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Victims' Rights - Origins Of The Movement

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The motivating force behind a movement that centers on the interests of victims in the criminal justice system has both liberal and conservative roots. Beginning in the 1960s, women's groups and feminists focused on the plight of rape victims. They brought attention to outmoded laws and attitudes toward rape and to the insensitivity of police, prosecutors, and the court system to rape victims. Their target also included lenient treatment of defendants. Later some of these same groups focused on battered women generally as victims, but sometimes as defendants when they responded to battering with self-help violence. Related efforts addressed systemic insensitivity to child abuse, particularly to sexual abuse of children. The leaders of this agenda were predominantly progressive, and they principally attacked conservative attitudes and laws.

A second component of the modern victims' rights movement sprang from conservative roots. In the 1960s the U.S. Supreme Court, under the leadership of Chief Justice Earl Warren, articulated procedural protections for defendants that were grounded in the Bill of Rights. This emphasis on the rights of defendants created resentment in many parts of American society, particularly with some crime victims. The rising crime rate over most of the next thirty years, together with the general rejection of much of liberal thinking regarding the treatment of criminals, such as the declining faith in rehabilitation, deepened those resentments. Victims took for themselves the language of rights that the Warren Court had championed for defendants and argued that such rights were needed to counterbalance the Court's mistakes and excesses and its resulting failures to curb the crime epidemic. Critics were reacting to the perceived failures of liberal treatment of crime and often sought the correction of a perceived imbalance in the criminal justice system that was seen as favoring criminals.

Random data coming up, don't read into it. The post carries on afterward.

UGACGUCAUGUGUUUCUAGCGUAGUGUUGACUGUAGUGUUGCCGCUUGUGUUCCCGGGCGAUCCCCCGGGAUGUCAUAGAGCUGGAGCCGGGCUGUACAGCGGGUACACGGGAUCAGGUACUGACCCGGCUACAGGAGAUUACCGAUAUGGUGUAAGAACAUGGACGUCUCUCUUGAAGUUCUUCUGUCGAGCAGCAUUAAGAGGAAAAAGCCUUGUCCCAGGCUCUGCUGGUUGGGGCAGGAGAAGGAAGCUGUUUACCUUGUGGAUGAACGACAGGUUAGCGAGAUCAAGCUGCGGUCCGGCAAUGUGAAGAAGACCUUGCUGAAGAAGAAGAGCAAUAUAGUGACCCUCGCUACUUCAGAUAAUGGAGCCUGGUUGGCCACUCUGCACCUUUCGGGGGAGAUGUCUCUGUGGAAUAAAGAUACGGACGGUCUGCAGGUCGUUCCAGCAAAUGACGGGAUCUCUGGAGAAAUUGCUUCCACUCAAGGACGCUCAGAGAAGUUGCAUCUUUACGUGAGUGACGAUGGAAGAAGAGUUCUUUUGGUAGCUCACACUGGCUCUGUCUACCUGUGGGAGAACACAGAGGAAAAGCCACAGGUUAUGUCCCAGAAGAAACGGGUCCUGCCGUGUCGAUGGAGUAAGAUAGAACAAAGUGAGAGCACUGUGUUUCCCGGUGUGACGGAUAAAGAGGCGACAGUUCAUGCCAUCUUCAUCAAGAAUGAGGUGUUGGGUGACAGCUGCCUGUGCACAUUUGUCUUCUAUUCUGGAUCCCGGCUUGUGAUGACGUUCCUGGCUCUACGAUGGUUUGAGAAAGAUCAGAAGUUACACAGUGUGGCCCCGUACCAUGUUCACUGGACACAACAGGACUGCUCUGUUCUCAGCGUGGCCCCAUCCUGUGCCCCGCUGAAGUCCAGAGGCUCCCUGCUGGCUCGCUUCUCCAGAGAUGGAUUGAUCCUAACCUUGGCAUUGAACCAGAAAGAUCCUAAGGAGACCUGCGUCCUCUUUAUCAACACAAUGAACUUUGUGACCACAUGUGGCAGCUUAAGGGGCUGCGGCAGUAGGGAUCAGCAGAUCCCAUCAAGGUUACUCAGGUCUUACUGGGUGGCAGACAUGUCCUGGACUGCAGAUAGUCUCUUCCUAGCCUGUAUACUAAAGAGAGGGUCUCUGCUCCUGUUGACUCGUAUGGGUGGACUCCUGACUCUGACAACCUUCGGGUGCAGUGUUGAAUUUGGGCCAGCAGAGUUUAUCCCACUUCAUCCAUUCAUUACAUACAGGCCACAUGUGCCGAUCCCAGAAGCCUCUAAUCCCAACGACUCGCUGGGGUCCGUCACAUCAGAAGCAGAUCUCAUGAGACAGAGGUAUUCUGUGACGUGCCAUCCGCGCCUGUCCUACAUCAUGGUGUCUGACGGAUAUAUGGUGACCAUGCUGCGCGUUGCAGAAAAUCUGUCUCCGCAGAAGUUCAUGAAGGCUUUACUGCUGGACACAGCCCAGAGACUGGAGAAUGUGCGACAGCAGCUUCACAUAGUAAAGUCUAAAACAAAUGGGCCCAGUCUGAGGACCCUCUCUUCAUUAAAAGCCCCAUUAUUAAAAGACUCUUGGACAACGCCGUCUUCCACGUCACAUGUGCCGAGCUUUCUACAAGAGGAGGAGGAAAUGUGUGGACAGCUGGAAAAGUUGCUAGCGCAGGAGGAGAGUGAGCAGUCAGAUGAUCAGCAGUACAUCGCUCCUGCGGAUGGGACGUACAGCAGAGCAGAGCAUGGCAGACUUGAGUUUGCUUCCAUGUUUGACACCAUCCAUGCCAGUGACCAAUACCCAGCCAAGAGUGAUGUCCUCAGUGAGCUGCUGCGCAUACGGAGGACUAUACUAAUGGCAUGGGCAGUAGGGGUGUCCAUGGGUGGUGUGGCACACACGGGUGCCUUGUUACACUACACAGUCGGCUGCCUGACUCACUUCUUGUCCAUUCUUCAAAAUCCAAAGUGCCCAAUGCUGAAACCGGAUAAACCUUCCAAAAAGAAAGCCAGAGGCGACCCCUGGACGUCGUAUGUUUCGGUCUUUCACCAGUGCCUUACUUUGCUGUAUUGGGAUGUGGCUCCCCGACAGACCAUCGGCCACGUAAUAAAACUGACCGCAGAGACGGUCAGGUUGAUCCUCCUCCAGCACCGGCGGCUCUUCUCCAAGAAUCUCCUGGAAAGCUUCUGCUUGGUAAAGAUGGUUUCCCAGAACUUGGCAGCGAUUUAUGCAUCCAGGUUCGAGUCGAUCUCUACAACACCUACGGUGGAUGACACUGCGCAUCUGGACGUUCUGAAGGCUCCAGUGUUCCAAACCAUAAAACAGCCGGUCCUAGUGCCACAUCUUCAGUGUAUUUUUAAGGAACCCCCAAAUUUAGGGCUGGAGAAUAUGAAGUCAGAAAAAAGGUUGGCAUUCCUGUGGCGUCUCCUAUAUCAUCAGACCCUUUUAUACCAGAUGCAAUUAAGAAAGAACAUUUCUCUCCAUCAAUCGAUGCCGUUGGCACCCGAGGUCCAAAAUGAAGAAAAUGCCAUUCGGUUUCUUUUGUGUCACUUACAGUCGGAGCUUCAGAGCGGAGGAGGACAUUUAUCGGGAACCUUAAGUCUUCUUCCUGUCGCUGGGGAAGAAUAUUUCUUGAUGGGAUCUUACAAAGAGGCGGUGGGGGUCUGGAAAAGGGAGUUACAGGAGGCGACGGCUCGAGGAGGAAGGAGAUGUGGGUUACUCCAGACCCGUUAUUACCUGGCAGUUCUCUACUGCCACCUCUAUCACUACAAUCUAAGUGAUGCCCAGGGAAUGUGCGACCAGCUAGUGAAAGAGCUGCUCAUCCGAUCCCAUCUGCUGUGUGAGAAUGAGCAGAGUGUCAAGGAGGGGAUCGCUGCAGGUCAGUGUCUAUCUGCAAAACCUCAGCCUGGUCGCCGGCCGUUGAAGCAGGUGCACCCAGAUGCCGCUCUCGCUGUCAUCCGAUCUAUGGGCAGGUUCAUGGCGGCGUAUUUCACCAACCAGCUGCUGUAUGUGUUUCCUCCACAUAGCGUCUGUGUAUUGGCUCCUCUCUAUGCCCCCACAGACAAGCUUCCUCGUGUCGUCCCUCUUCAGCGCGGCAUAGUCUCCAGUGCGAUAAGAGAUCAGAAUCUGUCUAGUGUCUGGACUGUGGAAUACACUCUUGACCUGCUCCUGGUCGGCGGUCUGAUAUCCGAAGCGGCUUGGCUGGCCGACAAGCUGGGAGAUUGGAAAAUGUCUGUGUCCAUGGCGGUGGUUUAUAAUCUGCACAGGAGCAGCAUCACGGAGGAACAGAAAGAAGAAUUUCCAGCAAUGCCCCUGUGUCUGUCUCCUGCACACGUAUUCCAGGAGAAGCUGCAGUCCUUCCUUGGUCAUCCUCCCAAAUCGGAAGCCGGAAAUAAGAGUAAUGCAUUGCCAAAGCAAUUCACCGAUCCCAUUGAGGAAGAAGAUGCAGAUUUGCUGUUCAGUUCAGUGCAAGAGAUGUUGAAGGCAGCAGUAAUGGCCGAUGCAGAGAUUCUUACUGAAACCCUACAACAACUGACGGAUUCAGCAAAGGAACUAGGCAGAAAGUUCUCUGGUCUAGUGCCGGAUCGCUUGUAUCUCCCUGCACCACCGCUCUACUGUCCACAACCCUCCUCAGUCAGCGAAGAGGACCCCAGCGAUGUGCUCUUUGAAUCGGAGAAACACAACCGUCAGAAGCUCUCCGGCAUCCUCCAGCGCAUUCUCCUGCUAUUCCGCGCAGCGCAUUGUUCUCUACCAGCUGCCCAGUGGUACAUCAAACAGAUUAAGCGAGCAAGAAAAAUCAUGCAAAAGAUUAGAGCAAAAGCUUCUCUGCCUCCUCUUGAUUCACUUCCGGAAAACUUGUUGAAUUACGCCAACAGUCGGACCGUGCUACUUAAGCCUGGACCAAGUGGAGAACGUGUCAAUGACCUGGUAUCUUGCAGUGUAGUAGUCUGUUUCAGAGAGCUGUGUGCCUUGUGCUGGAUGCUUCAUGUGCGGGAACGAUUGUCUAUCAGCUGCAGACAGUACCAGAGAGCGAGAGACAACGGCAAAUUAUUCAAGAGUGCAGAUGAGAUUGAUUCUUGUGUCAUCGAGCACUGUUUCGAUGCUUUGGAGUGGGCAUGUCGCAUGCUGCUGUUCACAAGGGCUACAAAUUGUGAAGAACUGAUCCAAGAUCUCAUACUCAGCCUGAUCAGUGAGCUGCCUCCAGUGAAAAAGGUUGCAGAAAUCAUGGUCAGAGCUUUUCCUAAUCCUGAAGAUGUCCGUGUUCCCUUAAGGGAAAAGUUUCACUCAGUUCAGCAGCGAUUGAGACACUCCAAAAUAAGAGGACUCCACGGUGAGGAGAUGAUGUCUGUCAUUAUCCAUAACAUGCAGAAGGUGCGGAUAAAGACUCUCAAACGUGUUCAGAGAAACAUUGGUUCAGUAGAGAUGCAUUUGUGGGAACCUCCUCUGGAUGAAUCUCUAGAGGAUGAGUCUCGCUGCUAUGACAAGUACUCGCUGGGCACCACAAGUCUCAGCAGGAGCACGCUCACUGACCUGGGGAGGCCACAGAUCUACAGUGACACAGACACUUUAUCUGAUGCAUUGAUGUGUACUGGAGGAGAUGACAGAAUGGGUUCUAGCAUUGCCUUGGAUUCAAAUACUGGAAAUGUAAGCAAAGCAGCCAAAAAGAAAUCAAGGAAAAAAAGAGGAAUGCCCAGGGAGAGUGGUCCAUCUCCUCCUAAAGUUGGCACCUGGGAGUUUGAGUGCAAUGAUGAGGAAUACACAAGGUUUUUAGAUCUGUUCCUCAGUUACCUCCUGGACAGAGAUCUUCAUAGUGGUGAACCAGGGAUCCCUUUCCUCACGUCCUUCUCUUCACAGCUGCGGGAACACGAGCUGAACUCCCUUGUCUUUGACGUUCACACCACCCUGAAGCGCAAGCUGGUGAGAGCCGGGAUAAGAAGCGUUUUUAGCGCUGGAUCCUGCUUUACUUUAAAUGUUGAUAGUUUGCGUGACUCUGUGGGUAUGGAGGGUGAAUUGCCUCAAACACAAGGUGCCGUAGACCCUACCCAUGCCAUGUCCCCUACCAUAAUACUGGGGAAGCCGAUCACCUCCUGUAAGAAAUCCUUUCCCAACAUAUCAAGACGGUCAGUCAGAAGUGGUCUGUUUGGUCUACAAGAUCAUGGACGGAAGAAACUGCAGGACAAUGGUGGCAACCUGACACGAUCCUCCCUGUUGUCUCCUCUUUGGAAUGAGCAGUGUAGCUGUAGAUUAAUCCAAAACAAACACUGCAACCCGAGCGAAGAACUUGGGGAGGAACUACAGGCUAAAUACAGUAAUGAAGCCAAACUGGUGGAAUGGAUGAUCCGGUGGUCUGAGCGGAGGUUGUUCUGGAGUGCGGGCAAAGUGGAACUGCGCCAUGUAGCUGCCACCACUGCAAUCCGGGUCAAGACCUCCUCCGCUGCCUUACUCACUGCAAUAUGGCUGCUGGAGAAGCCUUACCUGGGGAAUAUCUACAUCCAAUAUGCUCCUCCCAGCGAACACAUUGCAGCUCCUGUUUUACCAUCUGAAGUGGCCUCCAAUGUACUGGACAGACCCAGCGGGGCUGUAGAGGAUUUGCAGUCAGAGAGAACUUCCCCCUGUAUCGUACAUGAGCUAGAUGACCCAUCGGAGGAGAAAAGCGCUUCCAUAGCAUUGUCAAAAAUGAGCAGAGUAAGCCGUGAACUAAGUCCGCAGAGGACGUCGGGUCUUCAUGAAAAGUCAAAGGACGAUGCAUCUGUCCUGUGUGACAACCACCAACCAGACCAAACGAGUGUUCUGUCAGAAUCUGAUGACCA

With these roots, the current formulation of much of the victims' rights movement began to take shape in the late 1970s and early 1980s with the founding of several important grassroots victim organizations, such as Parents of Murdered Children and Mothers Against Drunk Driving (MADD). Although having goals similar to those of the broadly focused women's groups that spearheaded the efforts to change rape laws, these organizations were more narrowly concerned with the impact of crime and the criminal justice system.

The movement was given critical shape and a conservative political focus when President Ronald Reagan and Attorney General Edwin Meese convened the President's Task Force on Victims of Crime in 1982. Many beneficial programs and services for victims ultimately flowed from that organizing effort, but an important consequence was to bring victims prominently into the criminal justice debate both as allies and as symbols for law-and-order practices. The effort to amend the U.S. Constitution to grant rights to victims of crime began with the report of the task force.

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